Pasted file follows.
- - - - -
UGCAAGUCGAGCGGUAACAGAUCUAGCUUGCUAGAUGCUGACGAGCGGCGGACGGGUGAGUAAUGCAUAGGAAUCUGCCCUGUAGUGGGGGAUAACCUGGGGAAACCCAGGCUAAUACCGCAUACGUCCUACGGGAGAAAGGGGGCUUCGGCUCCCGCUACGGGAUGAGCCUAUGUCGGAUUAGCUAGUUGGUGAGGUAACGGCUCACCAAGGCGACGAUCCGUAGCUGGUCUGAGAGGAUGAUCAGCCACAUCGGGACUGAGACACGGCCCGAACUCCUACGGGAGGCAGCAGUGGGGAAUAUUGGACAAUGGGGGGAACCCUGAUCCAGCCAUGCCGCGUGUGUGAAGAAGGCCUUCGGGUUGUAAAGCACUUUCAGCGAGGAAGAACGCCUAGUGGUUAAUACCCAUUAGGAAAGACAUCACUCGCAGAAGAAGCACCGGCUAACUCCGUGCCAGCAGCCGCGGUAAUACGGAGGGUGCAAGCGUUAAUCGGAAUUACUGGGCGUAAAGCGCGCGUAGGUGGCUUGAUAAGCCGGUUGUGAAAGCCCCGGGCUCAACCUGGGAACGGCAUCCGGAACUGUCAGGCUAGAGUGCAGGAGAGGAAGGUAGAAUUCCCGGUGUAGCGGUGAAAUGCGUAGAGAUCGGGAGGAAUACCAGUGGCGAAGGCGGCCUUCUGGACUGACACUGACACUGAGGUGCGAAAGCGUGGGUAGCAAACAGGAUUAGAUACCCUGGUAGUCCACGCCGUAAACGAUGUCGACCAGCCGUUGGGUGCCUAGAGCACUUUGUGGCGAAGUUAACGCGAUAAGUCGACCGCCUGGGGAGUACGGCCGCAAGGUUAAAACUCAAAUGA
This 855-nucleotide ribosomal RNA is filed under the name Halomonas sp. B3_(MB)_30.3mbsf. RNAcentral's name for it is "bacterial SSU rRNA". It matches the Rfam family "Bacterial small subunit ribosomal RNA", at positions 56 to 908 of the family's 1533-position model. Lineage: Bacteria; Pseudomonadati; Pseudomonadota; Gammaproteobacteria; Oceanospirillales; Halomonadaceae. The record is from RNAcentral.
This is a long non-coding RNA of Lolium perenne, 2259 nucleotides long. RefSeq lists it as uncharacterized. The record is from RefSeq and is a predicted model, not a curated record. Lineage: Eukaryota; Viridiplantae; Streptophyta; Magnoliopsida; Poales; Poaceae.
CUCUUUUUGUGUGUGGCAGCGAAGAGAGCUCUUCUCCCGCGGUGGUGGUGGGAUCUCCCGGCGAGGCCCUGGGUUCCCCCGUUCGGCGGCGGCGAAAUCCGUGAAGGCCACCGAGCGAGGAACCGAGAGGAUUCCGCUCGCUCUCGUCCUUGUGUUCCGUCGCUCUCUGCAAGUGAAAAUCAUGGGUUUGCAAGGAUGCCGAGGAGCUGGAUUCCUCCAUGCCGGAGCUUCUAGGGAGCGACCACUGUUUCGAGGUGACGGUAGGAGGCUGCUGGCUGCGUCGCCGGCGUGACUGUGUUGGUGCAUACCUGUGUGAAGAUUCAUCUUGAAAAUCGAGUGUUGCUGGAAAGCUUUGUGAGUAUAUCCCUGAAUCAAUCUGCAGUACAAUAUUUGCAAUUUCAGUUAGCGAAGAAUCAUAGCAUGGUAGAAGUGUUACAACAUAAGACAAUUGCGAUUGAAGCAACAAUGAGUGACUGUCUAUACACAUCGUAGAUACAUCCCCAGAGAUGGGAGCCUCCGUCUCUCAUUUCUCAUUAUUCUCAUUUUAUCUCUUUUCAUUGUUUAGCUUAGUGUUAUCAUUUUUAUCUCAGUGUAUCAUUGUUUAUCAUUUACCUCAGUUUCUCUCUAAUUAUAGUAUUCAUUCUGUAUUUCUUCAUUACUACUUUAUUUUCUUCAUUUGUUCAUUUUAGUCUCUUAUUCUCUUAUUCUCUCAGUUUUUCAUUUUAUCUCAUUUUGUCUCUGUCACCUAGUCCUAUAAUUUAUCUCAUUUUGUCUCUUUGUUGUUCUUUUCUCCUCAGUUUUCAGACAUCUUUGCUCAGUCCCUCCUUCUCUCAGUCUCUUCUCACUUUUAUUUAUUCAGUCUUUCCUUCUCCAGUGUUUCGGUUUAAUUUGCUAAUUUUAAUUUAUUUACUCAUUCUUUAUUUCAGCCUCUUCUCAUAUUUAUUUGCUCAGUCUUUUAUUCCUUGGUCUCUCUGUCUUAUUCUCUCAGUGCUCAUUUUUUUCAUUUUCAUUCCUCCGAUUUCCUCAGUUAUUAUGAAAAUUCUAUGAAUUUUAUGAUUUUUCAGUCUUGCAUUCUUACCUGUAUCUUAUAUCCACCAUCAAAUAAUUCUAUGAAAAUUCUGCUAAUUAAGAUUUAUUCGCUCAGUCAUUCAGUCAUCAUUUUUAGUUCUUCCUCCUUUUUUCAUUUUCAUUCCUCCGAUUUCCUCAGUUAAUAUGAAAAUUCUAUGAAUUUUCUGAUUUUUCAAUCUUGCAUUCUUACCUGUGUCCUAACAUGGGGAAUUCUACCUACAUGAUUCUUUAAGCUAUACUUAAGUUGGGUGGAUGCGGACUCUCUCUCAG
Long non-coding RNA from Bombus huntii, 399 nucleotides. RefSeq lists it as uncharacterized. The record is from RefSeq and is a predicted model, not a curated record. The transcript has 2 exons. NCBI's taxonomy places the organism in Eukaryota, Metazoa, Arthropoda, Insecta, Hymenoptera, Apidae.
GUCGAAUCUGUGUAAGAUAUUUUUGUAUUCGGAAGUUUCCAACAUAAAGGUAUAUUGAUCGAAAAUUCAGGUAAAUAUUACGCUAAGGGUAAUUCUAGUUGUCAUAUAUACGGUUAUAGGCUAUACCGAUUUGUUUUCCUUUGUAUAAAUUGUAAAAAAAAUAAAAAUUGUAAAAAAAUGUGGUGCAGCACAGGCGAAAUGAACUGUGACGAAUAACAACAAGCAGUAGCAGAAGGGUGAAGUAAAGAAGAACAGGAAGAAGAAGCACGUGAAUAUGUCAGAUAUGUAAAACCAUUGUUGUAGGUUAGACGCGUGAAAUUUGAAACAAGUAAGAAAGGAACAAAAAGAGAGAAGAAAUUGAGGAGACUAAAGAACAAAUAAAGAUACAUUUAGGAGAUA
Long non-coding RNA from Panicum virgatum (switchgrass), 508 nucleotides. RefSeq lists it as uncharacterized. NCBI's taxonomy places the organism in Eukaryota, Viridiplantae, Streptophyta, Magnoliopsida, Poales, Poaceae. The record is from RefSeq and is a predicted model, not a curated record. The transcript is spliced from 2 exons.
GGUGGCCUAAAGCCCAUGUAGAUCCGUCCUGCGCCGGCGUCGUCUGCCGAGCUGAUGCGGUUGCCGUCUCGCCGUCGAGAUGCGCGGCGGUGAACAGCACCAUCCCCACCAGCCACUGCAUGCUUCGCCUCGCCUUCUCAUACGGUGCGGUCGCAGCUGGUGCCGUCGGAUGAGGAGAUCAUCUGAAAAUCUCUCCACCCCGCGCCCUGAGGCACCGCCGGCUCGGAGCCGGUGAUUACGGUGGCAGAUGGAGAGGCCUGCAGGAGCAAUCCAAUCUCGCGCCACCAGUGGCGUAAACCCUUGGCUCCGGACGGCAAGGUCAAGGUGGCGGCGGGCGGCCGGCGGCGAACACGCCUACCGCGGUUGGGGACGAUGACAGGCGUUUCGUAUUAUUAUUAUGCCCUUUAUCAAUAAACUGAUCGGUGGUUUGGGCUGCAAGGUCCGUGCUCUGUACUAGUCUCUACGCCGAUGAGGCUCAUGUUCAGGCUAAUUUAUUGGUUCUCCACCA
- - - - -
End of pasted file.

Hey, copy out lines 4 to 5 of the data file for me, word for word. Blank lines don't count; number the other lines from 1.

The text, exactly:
CUCUUUUUGUGUGUGGCAGCGAAGAGAGCUCUUCUCCCGCGGUGGUGGUGGGAUCUCCCGGCGAGGCCCUGGGUUCCCCCGUUCGGCGGCGGCGAAAUCCGUGAAGGCCACCGAGCGAGGAACCGAGAGGAUUCCGCUCGCUCUCGUCCUUGUGUUCCGUCGCUCUCUGCAAGUGAAAAUCAUGGGUUUGCAAGGAUGCCGAGGAGCUGGAUUCCUCCAUGCCGGAGCUUCUAGGGAGCGACCACUGUUUCGAGGUGACGGUAGGAGGCUGCUGGCUGCGUCGCCGGCGUGACUGUGUUGGUGCAUACCUGUGUGAAGAUUCAUCUUGAAAAUCGAGUGUUGCUGGAAAGCUUUGUGAGUAUAUCCCUGAAUCAAUCUGCAGUACAAUAUUUGCAAUUUCAGUUAGCGAAGAAUCAUAGCAUGGUAGAAGUGUUACAACAUAAGACAAUUGCGAUUGAAGCAACAAUGAGUGACUGUCUAUACACAUCGUAGAUACAUCCCCAGAGAUGGGAGCCUCCGUCUCUCAUUUCUCAUUAUUCUCAUUUUAUCUCUUUUCAUUGUUUAGCUUAGUGUUAUCAUUUUUAUCUCAGUGUAUCAUUGUUUAUCAUUUACCUCAGUUUCUCUCUAAUUAUAGUAUUCAUUCUGUAUUUCUUCAUUACUACUUUAUUUUCUUCAUUUGUUCAUUUUAGUCUCUUAUUCUCUUAUUCUCUCAGUUUUUCAUUUUAUCUCAUUUUGUCUCUGUCACCUAGUCCUAUAAUUUAUCUCAUUUUGUCUCUUUGUUGUUCUUUUCUCCUCAGUUUUCAGACAUCUUUGCUCAGUCCCUCCUUCUCUCAGUCUCUUCUCACUUUUAUUUAUUCAGUCUUUCCUUCUCCAGUGUUUCGGUUUAAUUUGCUAAUUUUAAUUUAUUUACUCAUUCUUUAUUUCAGCCUCUUCUCAUAUUUAUUUGCUCAGUCUUUUAUUCCUUGGUCUCUCUGUCUUAUUCUCUCAGUGCUCAUUUUUUUCAUUUUCAUUCCUCCGAUUUCCUCAGUUAUUAUGAAAAUUCUAUGAAUUUUAUGAUUUUUCAGUCUUGCAUUCUUACCUGUAUCUUAUAUCCACCAUCAAAUAAUUCUAUGAAAAUUCUGCUAAUUAAGAUUUAUUCGCUCAGUCAUUCAGUCAUCAUUUUUAGUUCUUCCUCCUUUUUUCAUUUUCAUUCCUCCGAUUUCCUCAGUUAAUAUGAAAAUUCUAUGAAUUUUCUGAUUUUUCAAUCUUGCAUUCUUACCUGUGUCCUAACAUGGGGAAUUCUACCUACAUGAUUCUUUAAGCUAUACUUAAGUUGGGUGGAUGCGGACUCUCUCUCAG
Long non-coding RNA from Bombus huntii, 399 nucleotides. RefSeq lists it as uncharacterized. The record is from RefSeq and is a predicted model, not a curated record. The transcript has 2 exons. NCBI's taxonomy places the organism in Eukaryota, Metazoa, Arthropoda, Insecta, Hymenoptera, Apidae.